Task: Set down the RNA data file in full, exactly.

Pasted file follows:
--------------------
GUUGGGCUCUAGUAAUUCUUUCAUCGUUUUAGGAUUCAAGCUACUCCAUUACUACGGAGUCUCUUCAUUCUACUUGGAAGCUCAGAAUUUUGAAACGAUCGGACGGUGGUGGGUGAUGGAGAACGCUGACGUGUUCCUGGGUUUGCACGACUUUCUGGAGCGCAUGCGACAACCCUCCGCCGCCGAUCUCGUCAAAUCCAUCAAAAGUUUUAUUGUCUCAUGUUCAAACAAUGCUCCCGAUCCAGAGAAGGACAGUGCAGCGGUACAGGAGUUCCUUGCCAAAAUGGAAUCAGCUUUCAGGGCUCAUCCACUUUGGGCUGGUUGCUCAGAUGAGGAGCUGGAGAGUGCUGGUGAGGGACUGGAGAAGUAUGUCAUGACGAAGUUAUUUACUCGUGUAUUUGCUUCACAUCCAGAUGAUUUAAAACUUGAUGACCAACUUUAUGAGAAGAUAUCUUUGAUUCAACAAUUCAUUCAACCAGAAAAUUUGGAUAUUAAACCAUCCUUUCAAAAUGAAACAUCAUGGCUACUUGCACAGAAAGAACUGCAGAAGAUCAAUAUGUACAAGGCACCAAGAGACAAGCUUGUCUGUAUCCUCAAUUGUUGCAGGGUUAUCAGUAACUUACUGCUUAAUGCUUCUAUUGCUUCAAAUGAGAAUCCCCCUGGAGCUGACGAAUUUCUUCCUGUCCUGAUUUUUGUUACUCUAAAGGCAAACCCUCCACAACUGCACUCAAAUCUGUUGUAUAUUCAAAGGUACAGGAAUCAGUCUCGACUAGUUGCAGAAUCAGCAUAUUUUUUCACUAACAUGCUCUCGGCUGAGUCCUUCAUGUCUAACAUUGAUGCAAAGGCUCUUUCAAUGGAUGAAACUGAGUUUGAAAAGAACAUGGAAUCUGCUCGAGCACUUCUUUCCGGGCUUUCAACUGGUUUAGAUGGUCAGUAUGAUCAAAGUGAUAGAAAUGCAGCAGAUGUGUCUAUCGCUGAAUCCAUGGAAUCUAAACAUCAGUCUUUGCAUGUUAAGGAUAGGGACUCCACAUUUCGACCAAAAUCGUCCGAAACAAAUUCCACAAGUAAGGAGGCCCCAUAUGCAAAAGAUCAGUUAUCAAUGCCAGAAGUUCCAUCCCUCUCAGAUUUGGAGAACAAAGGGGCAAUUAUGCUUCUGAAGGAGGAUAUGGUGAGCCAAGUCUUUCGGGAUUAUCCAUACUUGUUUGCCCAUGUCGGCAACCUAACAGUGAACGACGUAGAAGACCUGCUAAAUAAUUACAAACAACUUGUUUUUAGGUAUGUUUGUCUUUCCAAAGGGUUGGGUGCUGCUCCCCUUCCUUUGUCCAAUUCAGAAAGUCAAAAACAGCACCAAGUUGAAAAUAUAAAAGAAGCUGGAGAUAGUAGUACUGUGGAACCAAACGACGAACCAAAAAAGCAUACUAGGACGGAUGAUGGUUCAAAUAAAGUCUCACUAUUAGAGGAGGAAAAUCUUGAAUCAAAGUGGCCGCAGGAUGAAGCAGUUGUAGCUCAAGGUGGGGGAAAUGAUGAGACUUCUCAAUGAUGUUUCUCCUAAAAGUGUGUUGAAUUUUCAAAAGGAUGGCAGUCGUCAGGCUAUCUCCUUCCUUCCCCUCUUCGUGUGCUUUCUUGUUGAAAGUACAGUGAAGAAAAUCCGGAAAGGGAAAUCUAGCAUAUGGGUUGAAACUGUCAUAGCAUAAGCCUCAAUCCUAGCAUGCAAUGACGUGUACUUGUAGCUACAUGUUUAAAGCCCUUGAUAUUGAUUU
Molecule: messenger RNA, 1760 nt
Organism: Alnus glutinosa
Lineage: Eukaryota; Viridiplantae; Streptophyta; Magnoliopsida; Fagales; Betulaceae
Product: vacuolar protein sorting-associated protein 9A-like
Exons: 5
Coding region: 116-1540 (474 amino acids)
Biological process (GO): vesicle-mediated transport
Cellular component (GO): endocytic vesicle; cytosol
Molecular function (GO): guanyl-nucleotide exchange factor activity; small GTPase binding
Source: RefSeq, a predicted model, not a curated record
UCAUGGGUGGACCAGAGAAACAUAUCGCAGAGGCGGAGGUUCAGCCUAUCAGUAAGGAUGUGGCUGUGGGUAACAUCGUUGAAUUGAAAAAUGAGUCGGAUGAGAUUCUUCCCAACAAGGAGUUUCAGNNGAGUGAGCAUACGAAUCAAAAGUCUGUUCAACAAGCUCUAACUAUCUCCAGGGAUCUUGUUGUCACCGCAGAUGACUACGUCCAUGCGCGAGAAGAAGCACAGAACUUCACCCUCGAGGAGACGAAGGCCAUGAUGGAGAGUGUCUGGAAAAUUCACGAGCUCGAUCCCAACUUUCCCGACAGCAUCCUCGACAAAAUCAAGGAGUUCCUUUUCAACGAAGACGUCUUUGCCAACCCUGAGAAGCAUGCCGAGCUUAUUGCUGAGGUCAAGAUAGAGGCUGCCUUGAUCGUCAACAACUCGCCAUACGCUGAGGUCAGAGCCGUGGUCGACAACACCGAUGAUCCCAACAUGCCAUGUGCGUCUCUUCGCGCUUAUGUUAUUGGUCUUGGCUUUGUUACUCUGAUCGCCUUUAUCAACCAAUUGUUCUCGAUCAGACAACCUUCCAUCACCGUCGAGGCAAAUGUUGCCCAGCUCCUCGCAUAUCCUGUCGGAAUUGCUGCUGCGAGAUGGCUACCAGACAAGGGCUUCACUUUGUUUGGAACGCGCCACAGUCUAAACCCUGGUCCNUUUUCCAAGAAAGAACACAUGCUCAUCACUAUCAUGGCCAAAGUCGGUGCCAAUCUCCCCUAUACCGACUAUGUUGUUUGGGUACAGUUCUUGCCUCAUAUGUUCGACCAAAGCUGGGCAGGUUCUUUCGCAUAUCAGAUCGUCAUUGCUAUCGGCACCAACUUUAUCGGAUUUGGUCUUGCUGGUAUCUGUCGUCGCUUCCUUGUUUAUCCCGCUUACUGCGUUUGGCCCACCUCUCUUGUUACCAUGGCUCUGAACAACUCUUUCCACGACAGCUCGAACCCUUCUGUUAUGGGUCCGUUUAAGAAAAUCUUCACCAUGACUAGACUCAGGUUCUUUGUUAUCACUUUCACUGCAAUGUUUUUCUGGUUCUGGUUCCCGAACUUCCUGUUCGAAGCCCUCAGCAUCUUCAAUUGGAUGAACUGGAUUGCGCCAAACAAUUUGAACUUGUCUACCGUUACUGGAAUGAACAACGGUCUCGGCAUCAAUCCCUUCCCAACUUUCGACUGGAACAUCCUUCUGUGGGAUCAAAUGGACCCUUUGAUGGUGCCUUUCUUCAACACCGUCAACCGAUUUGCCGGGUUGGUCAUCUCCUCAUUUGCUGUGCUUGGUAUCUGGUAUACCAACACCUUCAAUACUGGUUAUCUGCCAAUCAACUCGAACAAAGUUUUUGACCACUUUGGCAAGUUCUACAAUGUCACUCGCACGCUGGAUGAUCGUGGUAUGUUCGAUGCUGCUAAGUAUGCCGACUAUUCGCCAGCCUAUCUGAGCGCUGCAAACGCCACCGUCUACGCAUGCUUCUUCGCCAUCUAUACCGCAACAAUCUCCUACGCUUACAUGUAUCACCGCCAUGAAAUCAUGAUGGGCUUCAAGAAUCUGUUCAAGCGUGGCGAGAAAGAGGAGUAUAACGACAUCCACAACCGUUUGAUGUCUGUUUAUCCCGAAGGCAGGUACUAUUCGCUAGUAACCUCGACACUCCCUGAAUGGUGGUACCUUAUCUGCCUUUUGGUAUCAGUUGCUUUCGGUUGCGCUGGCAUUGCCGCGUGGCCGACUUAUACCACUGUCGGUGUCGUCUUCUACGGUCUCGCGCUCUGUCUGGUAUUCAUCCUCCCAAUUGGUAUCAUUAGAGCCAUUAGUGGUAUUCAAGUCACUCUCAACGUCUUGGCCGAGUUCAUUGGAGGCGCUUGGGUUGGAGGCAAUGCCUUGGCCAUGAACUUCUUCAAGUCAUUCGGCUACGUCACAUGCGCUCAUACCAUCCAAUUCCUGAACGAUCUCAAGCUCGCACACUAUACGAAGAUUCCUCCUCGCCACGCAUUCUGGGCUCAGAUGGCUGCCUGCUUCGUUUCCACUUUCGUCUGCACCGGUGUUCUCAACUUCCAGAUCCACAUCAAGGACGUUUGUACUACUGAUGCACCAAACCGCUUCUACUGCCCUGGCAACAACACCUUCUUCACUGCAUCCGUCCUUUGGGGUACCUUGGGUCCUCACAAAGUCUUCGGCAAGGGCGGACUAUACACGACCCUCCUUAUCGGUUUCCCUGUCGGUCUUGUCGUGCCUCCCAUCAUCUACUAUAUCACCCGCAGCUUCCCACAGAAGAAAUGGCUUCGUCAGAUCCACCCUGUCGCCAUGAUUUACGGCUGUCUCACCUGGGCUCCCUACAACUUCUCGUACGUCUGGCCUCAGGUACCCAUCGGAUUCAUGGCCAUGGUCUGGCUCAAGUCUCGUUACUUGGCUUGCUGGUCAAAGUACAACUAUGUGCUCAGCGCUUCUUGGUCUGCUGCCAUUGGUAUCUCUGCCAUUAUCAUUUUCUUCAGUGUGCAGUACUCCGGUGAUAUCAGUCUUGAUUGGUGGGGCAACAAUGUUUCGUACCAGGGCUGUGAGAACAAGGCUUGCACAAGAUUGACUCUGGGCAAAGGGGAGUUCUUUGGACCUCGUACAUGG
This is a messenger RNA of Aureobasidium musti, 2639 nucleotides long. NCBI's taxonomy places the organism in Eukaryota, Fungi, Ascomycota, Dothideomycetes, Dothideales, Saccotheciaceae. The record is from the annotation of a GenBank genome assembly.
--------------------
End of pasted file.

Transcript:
GUUGGGCUCUAGUAAUUCUUUCAUCGUUUUAGGAUUCAAGCUACUCCAUUACUACGGAGUCUCUUCAUUCUACUUGGAAGCUCAGAAUUUUGAAACGAUCGGACGGUGGUGGGUGAUGGAGAACGCUGACGUGUUCCUGGGUUUGCACGACUUUCUGGAGCGCAUGCGACAACCCUCCGCCGCCGAUCUCGUCAAAUCCAUCAAAAGUUUUAUUGUCUCAUGUUCAAACAAUGCUCCCGAUCCAGAGAAGGACAGUGCAGCGGUACAGGAGUUCCUUGCCAAAAUGGAAUCAGCUUUCAGGGCUCAUCCACUUUGGGCUGGUUGCUCAGAUGAGGAGCUGGAGAGUGCUGGUGAGGGACUGGAGAAGUAUGUCAUGACGAAGUUAUUUACUCGUGUAUUUGCUUCACAUCCAGAUGAUUUAAAACUUGAUGACCAACUUUAUGAGAAGAUAUCUUUGAUUCAACAAUUCAUUCAACCAGAAAAUUUGGAUAUUAAACCAUCCUUUCAAAAUGAAACAUCAUGGCUACUUGCACAGAAAGAACUGCAGAAGAUCAAUAUGUACAAGGCACCAAGAGACAAGCUUGUCUGUAUCCUCAAUUGUUGCAGGGUUAUCAGUAACUUACUGCUUAAUGCUUCUAUUGCUUCAAAUGAGAAUCCCCCUGGAGCUGACGAAUUUCUUCCUGUCCUGAUUUUUGUUACUCUAAAGGCAAACCCUCCACAACUGCACUCAAAUCUGUUGUAUAUUCAAAGGUACAGGAAUCAGUCUCGACUAGUUGCAGAAUCAGCAUAUUUUUUCACUAACAUGCUCUCGGCUGAGUCCUUCAUGUCUAACAUUGAUGCAAAGGCUCUUUCAAUGGAUGAAACUGAGUUUGAAAAGAACAUGGAAUCUGCUCGAGCACUUCUUUCCGGGCUUUCAACUGGUUUAGAUGGUCAGUAUGAUCAAAGUGAUAGAAAUGCAGCAGAUGUGUCUAUCGCUGAAUCCAUGGAAUCUAAACAUCAGUCUUUGCAUGUUAAGGAUAGGGACUCCACAUUUCGACCAAAAUCGUCCGAAACAAAUUCCACAAGUAAGGAGGCCCCAUAUGCAAAAGAUCAGUUAUCAAUGCCAGAAGUUCCAUCCCUCUCAGAUUUGGAGAACAAAGGGGCAAUUAUGCUUCUGAAGGAGGAUAUGGUGAGCCAAGUCUUUCGGGAUUAUCCAUACUUGUUUGCCCAUGUCGGCAACCUAACAGUGAACGACGUAGAAGACCUGCUAAAUAAUUACAAACAACUUGUUUUUAGGUAUGUUUGUCUUUCCAAAGGGUUGGGUGCUGCUCCCCUUCCUUUGUCCAAUUCAGAAAGUCAAAAACAGCACCAAGUUGAAAAUAUAAAAGAAGCUGGAGAUAGUAGUACUGUGGAACCAAACGACGAACCAAAAAAGCAUACUAGGACGGAUGAUGGUUCAAAUAAAGUCUCACUAUUAGAGGAGGAAAAUCUUGAAUCAAAGUGGCCGCAGGAUGAAGCAGUUGUAGCUCAAGGUGGGGGAAAUGAUGAGACUUCUCAAUGAUGUUUCUCCUAAAAGUGUGUUGAAUUUUCAAAAGGAUGGCAGUCGUCAGGCUAUCUCCUUCCUUCCCCUCUUCGUGUGCUUUCUUGUUGAAAGUACAGUGAAGAAAAUCCGGAAAGGGAAAUCUAGCAUAUGGGUUGAAACUGUCAUAGCAUAAGCCUCAAUCCUAGCAUGCAAUGACGUGUACUUGUAGCUACAUGUUUAAAGCCCUUGAUAUUGAUUU
Molecule: messenger RNA, 1760 nt
Organism: Alnus glutinosa
Lineage: Eukaryota; Viridiplantae; Streptophyta; Magnoliopsida; Fagales; Betulaceae
Product: vacuolar protein sorting-associated protein 9A-like
Exons: 5
Coding region: 116-1540 (474 amino acids)
Biological process (GO): vesicle-mediated transport
Cellular component (GO): endocytic vesicle; cytosol
Molecular function (GO): guanyl-nucleotide exchange factor activity; small GTPase binding
Source: RefSeq, a predicted model, not a curated record
UCAUGGGUGGACCAGAGAAACAUAUCGCAGAGGCGGAGGUUCAGCCUAUCAGUAAGGAUGUGGCUGUGGGUAACAUCGUUGAAUUGAAAAAUGAGUCGGAUGAGAUUCUUCCCAACAAGGAGUUUCAGNNGAGUGAGCAUACGAAUCAAAAGUCUGUUCAACAAGCUCUAACUAUCUCCAGGGAUCUUGUUGUCACCGCAGAUGACUACGUCCAUGCGCGAGAAGAAGCACAGAACUUCACCCUCGAGGAGACGAAGGCCAUGAUGGAGAGUGUCUGGAAAAUUCACGAGCUCGAUCCCAACUUUCCCGACAGCAUCCUCGACAAAAUCAAGGAGUUCCUUUUCAACGAAGACGUCUUUGCCAACCCUGAGAAGCAUGCCGAGCUUAUUGCUGAGGUCAAGAUAGAGGCUGCCUUGAUCGUCAACAACUCGCCAUACGCUGAGGUCAGAGCCGUGGUCGACAACACCGAUGAUCCCAACAUGCCAUGUGCGUCUCUUCGCGCUUAUGUUAUUGGUCUUGGCUUUGUUACUCUGAUCGCCUUUAUCAACCAAUUGUUCUCGAUCAGACAACCUUCCAUCACCGUCGAGGCAAAUGUUGCCCAGCUCCUCGCAUAUCCUGUCGGAAUUGCUGCUGCGAGAUGGCUACCAGACAAGGGCUUCACUUUGUUUGGAACGCGCCACAGUCUAAACCCUGGUCCNUUUUCCAAGAAAGAACACAUGCUCAUCACUAUCAUGGCCAAAGUCGGUGCCAAUCUCCCCUAUACCGACUAUGUUGUUUGGGUACAGUUCUUGCCUCAUAUGUUCGACCAAAGCUGGGCAGGUUCUUUCGCAUAUCAGAUCGUCAUUGCUAUCGGCACCAACUUUAUCGGAUUUGGUCUUGCUGGUAUCUGUCGUCGCUUCCUUGUUUAUCCCGCUUACUGCGUUUGGCCCACCUCUCUUGUUACCAUGGCUCUGAACAACUCUUUCCACGACAGCUCGAACCCUUCUGUUAUGGGUCCGUUUAAGAAAAUCUUCACCAUGACUAGACUCAGGUUCUUUGUUAUCACUUUCACUGCAAUGUUUUUCUGGUUCUGGUUCCCGAACUUCCUGUUCGAAGCCCUCAGCAUCUUCAAUUGGAUGAACUGGAUUGCGCCAAACAAUUUGAACUUGUCUACCGUUACUGGAAUGAACAACGGUCUCGGCAUCAAUCCCUUCCCAACUUUCGACUGGAACAUCCUUCUGUGGGAUCAAAUGGACCCUUUGAUGGUGCCUUUCUUCAACACCGUCAACCGAUUUGCCGGGUUGGUCAUCUCCUCAUUUGCUGUGCUUGGUAUCUGGUAUACCAACACCUUCAAUACUGGUUAUCUGCCAAUCAACUCGAACAAAGUUUUUGACCACUUUGGCAAGUUCUACAAUGUCACUCGCACGCUGGAUGAUCGUGGUAUGUUCGAUGCUGCUAAGUAUGCCGACUAUUCGCCAGCCUAUCUGAGCGCUGCAAACGCCACCGUCUACGCAUGCUUCUUCGCCAUCUAUACCGCAACAAUCUCCUACGCUUACAUGUAUCACCGCCAUGAAAUCAUGAUGGGCUUCAAGAAUCUGUUCAAGCGUGGCGAGAAAGAGGAGUAUAACGACAUCCACAACCGUUUGAUGUCUGUUUAUCCCGAAGGCAGGUACUAUUCGCUAGUAACCUCGACACUCCCUGAAUGGUGGUACCUUAUCUGCCUUUUGGUAUCAGUUGCUUUCGGUUGCGCUGGCAUUGCCGCGUGGCCGACUUAUACCACUGUCGGUGUCGUCUUCUACGGUCUCGCGCUCUGUCUGGUAUUCAUCCUCCCAAUUGGUAUCAUUAGAGCCAUUAGUGGUAUUCAAGUCACUCUCAACGUCUUGGCCGAGUUCAUUGGAGGCGCUUGGGUUGGAGGCAAUGCCUUGGCCAUGAACUUCUUCAAGUCAUUCGGCUACGUCACAUGCGCUCAUACCAUCCAAUUCCUGAACGAUCUCAAGCUCGCACACUAUACGAAGAUUCCUCCUCGCCACGCAUUCUGGGCUCAGAUGGCUGCCUGCUUCGUUUCCACUUUCGUCUGCACCGGUGUUCUCAACUUCCAGAUCCACAUCAAGGACGUUUGUACUACUGAUGCACCAAACCGCUUCUACUGCCCUGGCAACAACACCUUCUUCACUGCAUCCGUCCUUUGGGGUACCUUGGGUCCUCACAAAGUCUUCGGCAAGGGCGGACUAUACACGACCCUCCUUAUCGGUUUCCCUGUCGGUCUUGUCGUGCCUCCCAUCAUCUACUAUAUCACCCGCAGCUUCCCACAGAAGAAAUGGCUUCGUCAGAUCCACCCUGUCGCCAUGAUUUACGGCUGUCUCACCUGGGCUCCCUACAACUUCUCGUACGUCUGGCCUCAGGUACCCAUCGGAUUCAUGGCCAUGGUCUGGCUCAAGUCUCGUUACUUGGCUUGCUGGUCAAAGUACAACUAUGUGCUCAGCGCUUCUUGGUCUGCUGCCAUUGGUAUCUCUGCCAUUAUCAUUUUCUUCAGUGUGCAGUACUCCGGUGAUAUCAGUCUUGAUUGGUGGGGCAACAAUGUUUCGUACCAGGGCUGUGAGAACAAGGCUUGCACAAGAUUGACUCUGGGCAAAGGGGAGUUCUUUGGACCUCGUACAUGG
This is a messenger RNA of Aureobasidium musti, 2639 nucleotides long. NCBI's taxonomy places the organism in Eukaryota, Fungi, Ascomycota, Dothideomycetes, Dothideales, Saccotheciaceae. The record is from the annotation of a GenBank genome assembly.